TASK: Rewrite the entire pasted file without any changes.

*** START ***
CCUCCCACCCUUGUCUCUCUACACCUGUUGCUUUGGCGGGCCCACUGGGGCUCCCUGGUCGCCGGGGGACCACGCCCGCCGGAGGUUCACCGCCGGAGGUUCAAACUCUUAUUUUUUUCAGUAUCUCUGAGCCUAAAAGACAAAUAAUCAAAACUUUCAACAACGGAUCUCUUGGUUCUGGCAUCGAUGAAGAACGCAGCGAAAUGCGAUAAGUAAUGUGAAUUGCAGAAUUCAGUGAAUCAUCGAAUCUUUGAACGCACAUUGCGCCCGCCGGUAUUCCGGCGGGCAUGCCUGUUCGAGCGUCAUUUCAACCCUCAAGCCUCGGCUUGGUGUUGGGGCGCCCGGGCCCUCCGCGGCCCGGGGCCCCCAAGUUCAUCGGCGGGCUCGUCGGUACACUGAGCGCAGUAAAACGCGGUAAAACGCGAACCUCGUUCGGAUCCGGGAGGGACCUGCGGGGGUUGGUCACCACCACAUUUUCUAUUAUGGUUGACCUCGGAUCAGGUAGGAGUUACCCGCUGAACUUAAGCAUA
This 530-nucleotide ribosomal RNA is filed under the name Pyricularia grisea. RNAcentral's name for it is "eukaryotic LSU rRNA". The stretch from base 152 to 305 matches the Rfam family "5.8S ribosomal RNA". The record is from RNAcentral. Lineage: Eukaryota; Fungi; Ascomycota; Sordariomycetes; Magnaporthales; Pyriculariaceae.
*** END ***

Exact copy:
CCUCCCACCCUUGUCUCUCUACACCUGUUGCUUUGGCGGGCCCACUGGGGCUCCCUGGUCGCCGGGGGACCACGCCCGCCGGAGGUUCACCGCCGGAGGUUCAAACUCUUAUUUUUUUCAGUAUCUCUGAGCCUAAAAGACAAAUAAUCAAAACUUUCAACAACGGAUCUCUUGGUUCUGGCAUCGAUGAAGAACGCAGCGAAAUGCGAUAAGUAAUGUGAAUUGCAGAAUUCAGUGAAUCAUCGAAUCUUUGAACGCACAUUGCGCCCGCCGGUAUUCCGGCGGGCAUGCCUGUUCGAGCGUCAUUUCAACCCUCAAGCCUCGGCUUGGUGUUGGGGCGCCCGGGCCCUCCGCGGCCCGGGGCCCCCAAGUUCAUCGGCGGGCUCGUCGGUACACUGAGCGCAGUAAAACGCGGUAAAACGCGAACCUCGUUCGGAUCCGGGAGGGACCUGCGGGGGUUGGUCACCACCACAUUUUCUAUUAUGGUUGACCUCGGAUCAGGUAGGAGUUACCCGCUGAACUUAAGCAUA
This 530-nucleotide ribosomal RNA is filed under the name Pyricularia grisea. RNAcentral's name for it is "eukaryotic LSU rRNA". The stretch from base 152 to 305 matches the Rfam family "5.8S ribosomal RNA". The record is from RNAcentral. Lineage: Eukaryota; Fungi; Ascomycota; Sordariomycetes; Magnaporthales; Pyriculariaceae.